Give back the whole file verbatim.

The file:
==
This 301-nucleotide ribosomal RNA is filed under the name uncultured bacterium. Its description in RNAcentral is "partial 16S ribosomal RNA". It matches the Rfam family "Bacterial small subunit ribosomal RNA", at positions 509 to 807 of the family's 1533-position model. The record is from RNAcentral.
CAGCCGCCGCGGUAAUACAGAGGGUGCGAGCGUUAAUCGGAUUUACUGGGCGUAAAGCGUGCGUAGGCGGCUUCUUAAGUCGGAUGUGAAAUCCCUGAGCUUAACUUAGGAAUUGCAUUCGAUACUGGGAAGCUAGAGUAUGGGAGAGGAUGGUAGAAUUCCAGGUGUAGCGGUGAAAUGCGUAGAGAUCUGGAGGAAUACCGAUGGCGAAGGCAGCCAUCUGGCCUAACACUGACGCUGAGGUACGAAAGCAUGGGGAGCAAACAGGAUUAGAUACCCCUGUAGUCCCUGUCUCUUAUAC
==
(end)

This 301-nucleotide ribosomal RNA is filed under the name uncultured bacterium. Its description in RNAcentral is "partial 16S ribosomal RNA". It matches the Rfam family "Bacterial small subunit ribosomal RNA", at positions 509 to 807 of the family's 1533-position model. The record is from RNAcentral.
CAGCCGCCGCGGUAAUACAGAGGGUGCGAGCGUUAAUCGGAUUUACUGGGCGUAAAGCGUGCGUAGGCGGCUUCUUAAGUCGGAUGUGAAAUCCCUGAGCUUAACUUAGGAAUUGCAUUCGAUACUGGGAAGCUAGAGUAUGGGAGAGGAUGGUAGAAUUCCAGGUGUAGCGGUGAAAUGCGUAGAGAUCUGGAGGAAUACCGAUGGCGAAGGCAGCCAUCUGGCCUAACACUGACGCUGAGGUACGAAAGCAUGGGGAGCAAACAGGAUUAGAUACCCCUGUAGUCCCUGUCUCUUAUAC